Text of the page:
I was once thrown into the deep end right after starting a job at a small Springer subsidiary. I remember, back then, I was 30 years old. The CEO of Springer, called me one morning and said, "Sven, welcome on board. It's great to have you. You have six months to turn the company around. If you don't make it, be prepared to close down the shop." Obviously, you can't turn around a company without a plan. It's not just about cost-cutting. What I really enjoy is putting strategy into action, understanding the market—which I didn't initially, as I was new to academic publishing—gathering information, filtering relevancy, and then implementing a plan step by step. It gives me great satisfaction to see that, a year later, the plan worked out, perhaps not 100% as planned, but at least in the right direction.

I also learned a lot about human resources management during that phase. I love mentoring people, and it gives me great satisfaction to see them grow because turning around a company is never a one-man job; it's always a team effort. You can't do it alone, and you can't mess it up alone, which is also good news.

What would you say has been your biggest challenge?

My biggest challenge has been dealing with bureaucracy, structures, and regulations. While I understand the need for structures and regulations that make sense, I find it hard to follow those that don't. I'm not a good follower in that respect, and I think many people in academic publishing share this sentiment because this industry involves a lot of intellectual engagement. Just following blindly is an issue because it requires switching off your brain, which can be a real problem for me. You can ask my tax advisor—they understand what I'm talking about. Sending documents in the correct format is not my strongest suit.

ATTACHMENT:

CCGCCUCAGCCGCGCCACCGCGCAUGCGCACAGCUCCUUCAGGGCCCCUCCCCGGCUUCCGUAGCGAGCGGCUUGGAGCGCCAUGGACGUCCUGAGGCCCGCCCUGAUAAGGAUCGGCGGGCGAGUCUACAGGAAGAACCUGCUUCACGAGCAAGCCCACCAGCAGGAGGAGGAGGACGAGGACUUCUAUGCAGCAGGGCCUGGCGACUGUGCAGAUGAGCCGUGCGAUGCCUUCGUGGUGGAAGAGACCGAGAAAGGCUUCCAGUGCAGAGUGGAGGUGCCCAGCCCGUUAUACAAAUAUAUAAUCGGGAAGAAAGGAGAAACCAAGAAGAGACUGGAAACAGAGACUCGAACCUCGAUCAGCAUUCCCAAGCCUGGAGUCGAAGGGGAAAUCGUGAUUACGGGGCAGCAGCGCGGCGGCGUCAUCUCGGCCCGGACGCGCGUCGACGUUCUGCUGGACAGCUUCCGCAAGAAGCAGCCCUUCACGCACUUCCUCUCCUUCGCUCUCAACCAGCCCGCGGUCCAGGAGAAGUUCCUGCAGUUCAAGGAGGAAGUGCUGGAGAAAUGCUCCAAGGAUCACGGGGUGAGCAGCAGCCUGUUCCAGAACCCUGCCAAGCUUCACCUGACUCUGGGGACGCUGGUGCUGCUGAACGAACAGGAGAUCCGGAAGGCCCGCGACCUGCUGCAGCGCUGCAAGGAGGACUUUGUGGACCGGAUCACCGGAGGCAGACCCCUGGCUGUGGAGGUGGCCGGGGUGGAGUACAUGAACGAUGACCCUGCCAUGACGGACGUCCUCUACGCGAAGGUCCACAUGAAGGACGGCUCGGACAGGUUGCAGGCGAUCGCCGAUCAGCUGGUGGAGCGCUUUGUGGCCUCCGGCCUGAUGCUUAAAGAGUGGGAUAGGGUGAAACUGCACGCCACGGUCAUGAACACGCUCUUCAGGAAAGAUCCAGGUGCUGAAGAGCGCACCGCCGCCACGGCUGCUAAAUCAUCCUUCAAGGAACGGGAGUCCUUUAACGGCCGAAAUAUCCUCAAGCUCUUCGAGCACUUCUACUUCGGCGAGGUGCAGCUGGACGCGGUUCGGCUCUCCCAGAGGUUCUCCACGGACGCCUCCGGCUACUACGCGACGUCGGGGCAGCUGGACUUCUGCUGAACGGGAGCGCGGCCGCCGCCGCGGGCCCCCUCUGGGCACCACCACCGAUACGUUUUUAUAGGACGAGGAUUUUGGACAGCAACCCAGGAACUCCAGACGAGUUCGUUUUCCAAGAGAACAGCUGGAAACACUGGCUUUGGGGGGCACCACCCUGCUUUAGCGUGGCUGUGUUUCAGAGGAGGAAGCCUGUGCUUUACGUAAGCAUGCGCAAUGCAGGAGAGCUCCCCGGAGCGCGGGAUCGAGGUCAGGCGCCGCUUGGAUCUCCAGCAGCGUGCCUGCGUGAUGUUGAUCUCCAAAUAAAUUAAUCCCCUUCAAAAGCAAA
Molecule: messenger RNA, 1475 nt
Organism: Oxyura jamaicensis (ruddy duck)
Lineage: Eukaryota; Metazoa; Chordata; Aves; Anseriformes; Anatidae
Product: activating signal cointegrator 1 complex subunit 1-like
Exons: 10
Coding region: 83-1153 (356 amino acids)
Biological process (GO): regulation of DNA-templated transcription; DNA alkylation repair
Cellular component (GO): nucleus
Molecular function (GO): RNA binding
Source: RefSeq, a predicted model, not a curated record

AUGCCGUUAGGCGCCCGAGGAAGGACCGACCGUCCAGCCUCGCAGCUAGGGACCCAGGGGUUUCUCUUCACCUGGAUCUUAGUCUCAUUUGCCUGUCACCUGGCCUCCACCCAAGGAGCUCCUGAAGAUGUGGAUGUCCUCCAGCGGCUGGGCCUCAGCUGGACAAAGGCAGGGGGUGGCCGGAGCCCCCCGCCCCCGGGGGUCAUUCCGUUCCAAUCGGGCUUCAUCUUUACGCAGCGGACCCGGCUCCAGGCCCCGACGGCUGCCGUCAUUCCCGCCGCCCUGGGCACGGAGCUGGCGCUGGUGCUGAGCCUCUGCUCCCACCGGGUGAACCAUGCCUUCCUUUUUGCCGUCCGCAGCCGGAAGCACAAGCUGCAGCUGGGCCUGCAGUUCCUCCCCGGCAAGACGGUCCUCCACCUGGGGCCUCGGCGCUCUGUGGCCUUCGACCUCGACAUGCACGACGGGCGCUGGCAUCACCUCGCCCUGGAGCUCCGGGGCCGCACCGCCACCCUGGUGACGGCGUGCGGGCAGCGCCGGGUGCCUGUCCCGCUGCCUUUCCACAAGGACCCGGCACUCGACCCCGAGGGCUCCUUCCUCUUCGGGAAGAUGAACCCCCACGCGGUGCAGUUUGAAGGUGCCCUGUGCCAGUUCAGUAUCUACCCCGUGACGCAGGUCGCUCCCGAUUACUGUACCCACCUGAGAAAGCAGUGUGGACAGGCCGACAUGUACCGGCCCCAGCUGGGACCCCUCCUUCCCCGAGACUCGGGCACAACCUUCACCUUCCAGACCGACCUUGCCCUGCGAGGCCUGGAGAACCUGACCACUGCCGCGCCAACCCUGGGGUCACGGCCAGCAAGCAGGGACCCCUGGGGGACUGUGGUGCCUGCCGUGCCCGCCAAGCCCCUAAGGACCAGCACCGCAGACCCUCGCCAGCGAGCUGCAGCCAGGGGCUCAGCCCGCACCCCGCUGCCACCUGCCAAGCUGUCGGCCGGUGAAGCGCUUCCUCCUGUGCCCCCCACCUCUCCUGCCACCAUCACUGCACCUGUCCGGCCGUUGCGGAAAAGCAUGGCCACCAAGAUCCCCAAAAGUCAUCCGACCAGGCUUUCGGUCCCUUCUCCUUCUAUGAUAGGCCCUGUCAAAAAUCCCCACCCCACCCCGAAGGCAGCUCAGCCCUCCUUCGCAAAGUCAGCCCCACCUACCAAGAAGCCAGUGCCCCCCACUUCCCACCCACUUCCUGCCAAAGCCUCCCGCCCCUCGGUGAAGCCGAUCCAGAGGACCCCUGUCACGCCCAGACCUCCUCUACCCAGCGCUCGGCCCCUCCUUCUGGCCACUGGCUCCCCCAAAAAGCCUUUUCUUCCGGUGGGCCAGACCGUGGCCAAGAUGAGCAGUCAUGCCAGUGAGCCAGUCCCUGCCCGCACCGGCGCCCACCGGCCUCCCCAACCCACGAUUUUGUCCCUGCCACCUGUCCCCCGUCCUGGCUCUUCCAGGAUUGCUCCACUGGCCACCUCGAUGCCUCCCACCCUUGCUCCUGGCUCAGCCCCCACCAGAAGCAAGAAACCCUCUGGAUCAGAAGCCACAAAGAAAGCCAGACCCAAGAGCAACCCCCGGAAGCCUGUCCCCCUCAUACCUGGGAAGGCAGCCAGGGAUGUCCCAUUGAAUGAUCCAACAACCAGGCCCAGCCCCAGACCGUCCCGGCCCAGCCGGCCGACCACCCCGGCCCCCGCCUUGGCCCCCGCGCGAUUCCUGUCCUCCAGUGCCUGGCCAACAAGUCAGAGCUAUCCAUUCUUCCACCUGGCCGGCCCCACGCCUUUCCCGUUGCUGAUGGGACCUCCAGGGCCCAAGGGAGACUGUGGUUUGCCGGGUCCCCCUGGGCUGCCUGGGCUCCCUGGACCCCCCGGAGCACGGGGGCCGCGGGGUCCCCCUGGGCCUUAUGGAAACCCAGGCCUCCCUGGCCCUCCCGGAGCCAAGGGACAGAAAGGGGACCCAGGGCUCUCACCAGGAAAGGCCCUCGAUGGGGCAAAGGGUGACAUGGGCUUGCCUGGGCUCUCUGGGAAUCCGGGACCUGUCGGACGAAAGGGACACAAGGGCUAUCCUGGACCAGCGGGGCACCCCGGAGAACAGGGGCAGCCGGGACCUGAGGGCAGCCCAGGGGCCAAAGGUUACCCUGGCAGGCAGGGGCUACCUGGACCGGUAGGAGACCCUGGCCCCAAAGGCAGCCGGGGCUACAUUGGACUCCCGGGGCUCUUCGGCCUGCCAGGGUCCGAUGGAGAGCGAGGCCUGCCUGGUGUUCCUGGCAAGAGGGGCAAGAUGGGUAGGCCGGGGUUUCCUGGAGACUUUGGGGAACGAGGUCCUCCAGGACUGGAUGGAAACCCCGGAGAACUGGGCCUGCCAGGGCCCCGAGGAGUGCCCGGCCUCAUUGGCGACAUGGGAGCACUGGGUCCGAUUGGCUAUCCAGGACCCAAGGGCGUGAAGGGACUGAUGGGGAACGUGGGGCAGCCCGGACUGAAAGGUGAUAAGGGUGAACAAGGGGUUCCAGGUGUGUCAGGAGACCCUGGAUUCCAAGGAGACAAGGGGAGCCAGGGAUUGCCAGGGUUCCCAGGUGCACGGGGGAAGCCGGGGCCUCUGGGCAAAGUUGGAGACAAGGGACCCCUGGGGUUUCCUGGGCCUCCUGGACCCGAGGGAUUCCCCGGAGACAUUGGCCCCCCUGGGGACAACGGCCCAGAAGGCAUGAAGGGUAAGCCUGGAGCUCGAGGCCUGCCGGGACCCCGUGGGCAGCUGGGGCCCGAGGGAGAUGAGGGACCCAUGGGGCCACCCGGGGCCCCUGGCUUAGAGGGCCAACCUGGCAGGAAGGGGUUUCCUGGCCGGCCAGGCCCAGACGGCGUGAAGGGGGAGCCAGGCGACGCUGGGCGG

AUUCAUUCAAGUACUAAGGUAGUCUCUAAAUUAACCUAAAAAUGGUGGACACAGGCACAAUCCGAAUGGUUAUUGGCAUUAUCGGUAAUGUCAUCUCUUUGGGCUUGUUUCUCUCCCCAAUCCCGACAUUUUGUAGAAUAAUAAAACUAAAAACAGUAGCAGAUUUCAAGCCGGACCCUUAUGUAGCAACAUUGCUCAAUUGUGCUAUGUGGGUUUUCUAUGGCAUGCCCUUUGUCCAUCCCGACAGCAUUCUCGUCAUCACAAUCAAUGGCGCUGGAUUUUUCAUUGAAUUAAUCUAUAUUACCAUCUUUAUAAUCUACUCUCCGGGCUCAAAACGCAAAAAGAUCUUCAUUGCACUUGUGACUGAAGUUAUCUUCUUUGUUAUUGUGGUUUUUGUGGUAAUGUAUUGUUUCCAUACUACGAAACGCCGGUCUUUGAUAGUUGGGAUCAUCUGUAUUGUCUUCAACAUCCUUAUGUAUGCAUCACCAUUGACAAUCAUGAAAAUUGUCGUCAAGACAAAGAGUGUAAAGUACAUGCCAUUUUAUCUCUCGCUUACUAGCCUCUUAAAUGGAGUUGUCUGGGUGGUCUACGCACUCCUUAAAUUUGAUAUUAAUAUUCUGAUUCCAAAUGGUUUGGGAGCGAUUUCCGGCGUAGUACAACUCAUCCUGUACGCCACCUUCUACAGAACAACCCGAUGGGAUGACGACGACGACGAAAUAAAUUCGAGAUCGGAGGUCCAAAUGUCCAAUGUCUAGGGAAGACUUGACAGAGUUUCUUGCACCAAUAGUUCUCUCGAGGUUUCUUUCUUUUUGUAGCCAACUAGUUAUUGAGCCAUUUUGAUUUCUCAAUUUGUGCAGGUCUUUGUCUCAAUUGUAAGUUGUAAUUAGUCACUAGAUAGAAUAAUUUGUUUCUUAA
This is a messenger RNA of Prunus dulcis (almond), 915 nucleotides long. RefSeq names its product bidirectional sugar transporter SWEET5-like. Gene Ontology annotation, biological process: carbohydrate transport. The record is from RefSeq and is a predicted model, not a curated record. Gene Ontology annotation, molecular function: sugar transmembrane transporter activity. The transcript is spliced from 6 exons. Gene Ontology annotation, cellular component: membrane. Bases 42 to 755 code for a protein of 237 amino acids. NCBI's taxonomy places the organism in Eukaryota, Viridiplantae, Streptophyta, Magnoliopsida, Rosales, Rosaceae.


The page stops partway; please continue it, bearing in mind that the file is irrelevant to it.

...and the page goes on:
What do you enjoy most about your role and what not so much?

What I enjoy most is probably the opposite of bureaucracy—entrepreneurial freedom. I like trying new things, logically assessing whether something makes sense, and then going for it. Accepting learning experiences, which in my experience are mostly positive when done in a controlled way, is crucial.

✨ Pearl of wisdom I find it challenging to cope with scarcity or limited resources, especially in startup situations. It can be really frustrating when you have to prioritize beyond a certain point where it becomes painful for your mission. If you want to achieve something as a company and see that the resources provided by investors or other sources are insufficient, it can be difficult.

Currently, I'm running a very small startup with six people at Reviewer Credits. We have clear expectations and are moving closer to our goals every day, and that's fine. By scarcity, I don't mean just a limited amount of money, hours, or technology, but something deeper that can be really annoying. I've seen this in different startup situations where it turns people against each other as they scramble to secure resources. That's something you want to avoid.

How have you cultivated your network and relationships over time?